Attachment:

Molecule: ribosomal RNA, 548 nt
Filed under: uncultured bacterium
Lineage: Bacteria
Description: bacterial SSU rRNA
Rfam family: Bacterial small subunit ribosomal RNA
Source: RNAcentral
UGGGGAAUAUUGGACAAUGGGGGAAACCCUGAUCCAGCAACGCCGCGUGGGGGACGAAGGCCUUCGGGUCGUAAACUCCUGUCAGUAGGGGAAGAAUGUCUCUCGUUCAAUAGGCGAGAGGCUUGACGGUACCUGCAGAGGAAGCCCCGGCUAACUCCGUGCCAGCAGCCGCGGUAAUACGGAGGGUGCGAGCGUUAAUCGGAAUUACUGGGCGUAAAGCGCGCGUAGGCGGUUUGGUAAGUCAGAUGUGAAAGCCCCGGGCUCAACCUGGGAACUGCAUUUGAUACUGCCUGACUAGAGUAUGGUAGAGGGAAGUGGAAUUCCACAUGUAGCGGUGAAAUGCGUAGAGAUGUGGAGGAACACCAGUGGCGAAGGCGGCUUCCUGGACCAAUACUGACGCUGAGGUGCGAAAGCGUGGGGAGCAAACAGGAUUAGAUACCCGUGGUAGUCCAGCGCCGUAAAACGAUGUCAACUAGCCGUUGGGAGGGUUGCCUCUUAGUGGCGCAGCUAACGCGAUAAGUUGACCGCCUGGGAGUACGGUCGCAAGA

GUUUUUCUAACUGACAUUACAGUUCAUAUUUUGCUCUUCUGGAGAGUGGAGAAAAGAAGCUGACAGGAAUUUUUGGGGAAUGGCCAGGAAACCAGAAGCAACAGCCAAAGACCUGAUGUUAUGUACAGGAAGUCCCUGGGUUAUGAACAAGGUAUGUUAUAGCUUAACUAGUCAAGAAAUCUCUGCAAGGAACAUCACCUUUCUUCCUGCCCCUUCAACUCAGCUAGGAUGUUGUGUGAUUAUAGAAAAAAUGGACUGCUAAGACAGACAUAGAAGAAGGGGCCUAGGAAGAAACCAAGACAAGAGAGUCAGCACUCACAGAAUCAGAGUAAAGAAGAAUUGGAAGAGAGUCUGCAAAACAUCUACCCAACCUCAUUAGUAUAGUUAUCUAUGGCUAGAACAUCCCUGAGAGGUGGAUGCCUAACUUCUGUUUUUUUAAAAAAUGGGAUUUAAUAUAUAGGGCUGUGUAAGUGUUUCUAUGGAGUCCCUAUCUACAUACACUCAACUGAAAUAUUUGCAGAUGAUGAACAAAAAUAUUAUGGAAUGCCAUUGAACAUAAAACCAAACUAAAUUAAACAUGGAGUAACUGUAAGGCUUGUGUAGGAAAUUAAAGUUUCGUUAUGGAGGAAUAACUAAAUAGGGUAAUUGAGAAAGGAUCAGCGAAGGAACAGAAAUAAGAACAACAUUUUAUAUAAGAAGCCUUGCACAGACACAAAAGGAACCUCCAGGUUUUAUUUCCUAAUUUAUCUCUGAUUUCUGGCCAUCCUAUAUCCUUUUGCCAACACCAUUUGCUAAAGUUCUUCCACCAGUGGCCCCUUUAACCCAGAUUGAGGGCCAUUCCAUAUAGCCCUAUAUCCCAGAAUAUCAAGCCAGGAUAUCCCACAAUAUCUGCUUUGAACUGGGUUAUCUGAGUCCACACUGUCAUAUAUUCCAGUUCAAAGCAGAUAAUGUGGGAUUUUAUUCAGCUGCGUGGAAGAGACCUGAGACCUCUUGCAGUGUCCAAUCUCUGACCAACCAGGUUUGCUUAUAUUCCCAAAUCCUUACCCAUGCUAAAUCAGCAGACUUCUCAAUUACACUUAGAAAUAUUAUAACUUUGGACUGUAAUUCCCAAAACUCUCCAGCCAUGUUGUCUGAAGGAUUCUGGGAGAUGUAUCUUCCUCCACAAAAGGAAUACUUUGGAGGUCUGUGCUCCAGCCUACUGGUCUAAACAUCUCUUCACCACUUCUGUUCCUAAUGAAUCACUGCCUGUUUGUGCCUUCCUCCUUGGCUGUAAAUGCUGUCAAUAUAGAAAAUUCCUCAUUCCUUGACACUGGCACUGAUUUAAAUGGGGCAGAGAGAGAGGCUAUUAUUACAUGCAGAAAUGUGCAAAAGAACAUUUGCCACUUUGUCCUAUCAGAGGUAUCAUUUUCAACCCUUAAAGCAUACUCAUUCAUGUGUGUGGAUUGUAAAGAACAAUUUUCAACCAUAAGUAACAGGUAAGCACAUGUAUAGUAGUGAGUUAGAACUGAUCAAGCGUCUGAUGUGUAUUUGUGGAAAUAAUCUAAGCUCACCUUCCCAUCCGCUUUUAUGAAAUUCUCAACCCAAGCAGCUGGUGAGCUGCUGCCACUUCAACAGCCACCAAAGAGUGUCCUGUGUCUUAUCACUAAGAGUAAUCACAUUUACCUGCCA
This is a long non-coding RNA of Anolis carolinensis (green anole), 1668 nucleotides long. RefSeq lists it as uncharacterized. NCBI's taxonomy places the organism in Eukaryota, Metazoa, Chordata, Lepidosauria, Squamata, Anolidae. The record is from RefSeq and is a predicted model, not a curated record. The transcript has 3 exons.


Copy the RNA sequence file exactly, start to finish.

Molecule: ribosomal RNA, 548 nt
Filed under: uncultured bacterium
Lineage: Bacteria
Description: bacterial SSU rRNA
Rfam family: Bacterial small subunit ribosomal RNA
Source: RNAcentral
UGGGGAAUAUUGGACAAUGGGGGAAACCCUGAUCCAGCAACGCCGCGUGGGGGACGAAGGCCUUCGGGUCGUAAACUCCUGUCAGUAGGGGAAGAAUGUCUCUCGUUCAAUAGGCGAGAGGCUUGACGGUACCUGCAGAGGAAGCCCCGGCUAACUCCGUGCCAGCAGCCGCGGUAAUACGGAGGGUGCGAGCGUUAAUCGGAAUUACUGGGCGUAAAGCGCGCGUAGGCGGUUUGGUAAGUCAGAUGUGAAAGCCCCGGGCUCAACCUGGGAACUGCAUUUGAUACUGCCUGACUAGAGUAUGGUAGAGGGAAGUGGAAUUCCACAUGUAGCGGUGAAAUGCGUAGAGAUGUGGAGGAACACCAGUGGCGAAGGCGGCUUCCUGGACCAAUACUGACGCUGAGGUGCGAAAGCGUGGGGAGCAAACAGGAUUAGAUACCCGUGGUAGUCCAGCGCCGUAAAACGAUGUCAACUAGCCGUUGGGAGGGUUGCCUCUUAGUGGCGCAGCUAACGCGAUAAGUUGACCGCCUGGGAGUACGGUCGCAAGA

GUUUUUCUAACUGACAUUACAGUUCAUAUUUUGCUCUUCUGGAGAGUGGAGAAAAGAAGCUGACAGGAAUUUUUGGGGAAUGGCCAGGAAACCAGAAGCAACAGCCAAAGACCUGAUGUUAUGUACAGGAAGUCCCUGGGUUAUGAACAAGGUAUGUUAUAGCUUAACUAGUCAAGAAAUCUCUGCAAGGAACAUCACCUUUCUUCCUGCCCCUUCAACUCAGCUAGGAUGUUGUGUGAUUAUAGAAAAAAUGGACUGCUAAGACAGACAUAGAAGAAGGGGCCUAGGAAGAAACCAAGACAAGAGAGUCAGCACUCACAGAAUCAGAGUAAAGAAGAAUUGGAAGAGAGUCUGCAAAACAUCUACCCAACCUCAUUAGUAUAGUUAUCUAUGGCUAGAACAUCCCUGAGAGGUGGAUGCCUAACUUCUGUUUUUUUAAAAAAUGGGAUUUAAUAUAUAGGGCUGUGUAAGUGUUUCUAUGGAGUCCCUAUCUACAUACACUCAACUGAAAUAUUUGCAGAUGAUGAACAAAAAUAUUAUGGAAUGCCAUUGAACAUAAAACCAAACUAAAUUAAACAUGGAGUAACUGUAAGGCUUGUGUAGGAAAUUAAAGUUUCGUUAUGGAGGAAUAACUAAAUAGGGUAAUUGAGAAAGGAUCAGCGAAGGAACAGAAAUAAGAACAACAUUUUAUAUAAGAAGCCUUGCACAGACACAAAAGGAACCUCCAGGUUUUAUUUCCUAAUUUAUCUCUGAUUUCUGGCCAUCCUAUAUCCUUUUGCCAACACCAUUUGCUAAAGUUCUUCCACCAGUGGCCCCUUUAACCCAGAUUGAGGGCCAUUCCAUAUAGCCCUAUAUCCCAGAAUAUCAAGCCAGGAUAUCCCACAAUAUCUGCUUUGAACUGGGUUAUCUGAGUCCACACUGUCAUAUAUUCCAGUUCAAAGCAGAUAAUGUGGGAUUUUAUUCAGCUGCGUGGAAGAGACCUGAGACCUCUUGCAGUGUCCAAUCUCUGACCAACCAGGUUUGCUUAUAUUCCCAAAUCCUUACCCAUGCUAAAUCAGCAGACUUCUCAAUUACACUUAGAAAUAUUAUAACUUUGGACUGUAAUUCCCAAAACUCUCCAGCCAUGUUGUCUGAAGGAUUCUGGGAGAUGUAUCUUCCUCCACAAAAGGAAUACUUUGGAGGUCUGUGCUCCAGCCUACUGGUCUAAACAUCUCUUCACCACUUCUGUUCCUAAUGAAUCACUGCCUGUUUGUGCCUUCCUCCUUGGCUGUAAAUGCUGUCAAUAUAGAAAAUUCCUCAUUCCUUGACACUGGCACUGAUUUAAAUGGGGCAGAGAGAGAGGCUAUUAUUACAUGCAGAAAUGUGCAAAAGAACAUUUGCCACUUUGUCCUAUCAGAGGUAUCAUUUUCAACCCUUAAAGCAUACUCAUUCAUGUGUGUGGAUUGUAAAGAACAAUUUUCAACCAUAAGUAACAGGUAAGCACAUGUAUAGUAGUGAGUUAGAACUGAUCAAGCGUCUGAUGUGUAUUUGUGGAAAUAAUCUAAGCUCACCUUCCCAUCCGCUUUUAUGAAAUUCUCAACCCAAGCAGCUGGUGAGCUGCUGCCACUUCAACAGCCACCAAAGAGUGUCCUGUGUCUUAUCACUAAGAGUAAUCACAUUUACCUGCCA
This is a long non-coding RNA of Anolis carolinensis (green anole), 1668 nucleotides long. RefSeq lists it as uncharacterized. NCBI's taxonomy places the organism in Eukaryota, Metazoa, Chordata, Lepidosauria, Squamata, Anolidae. The record is from RefSeq and is a predicted model, not a curated record. The transcript has 3 exons.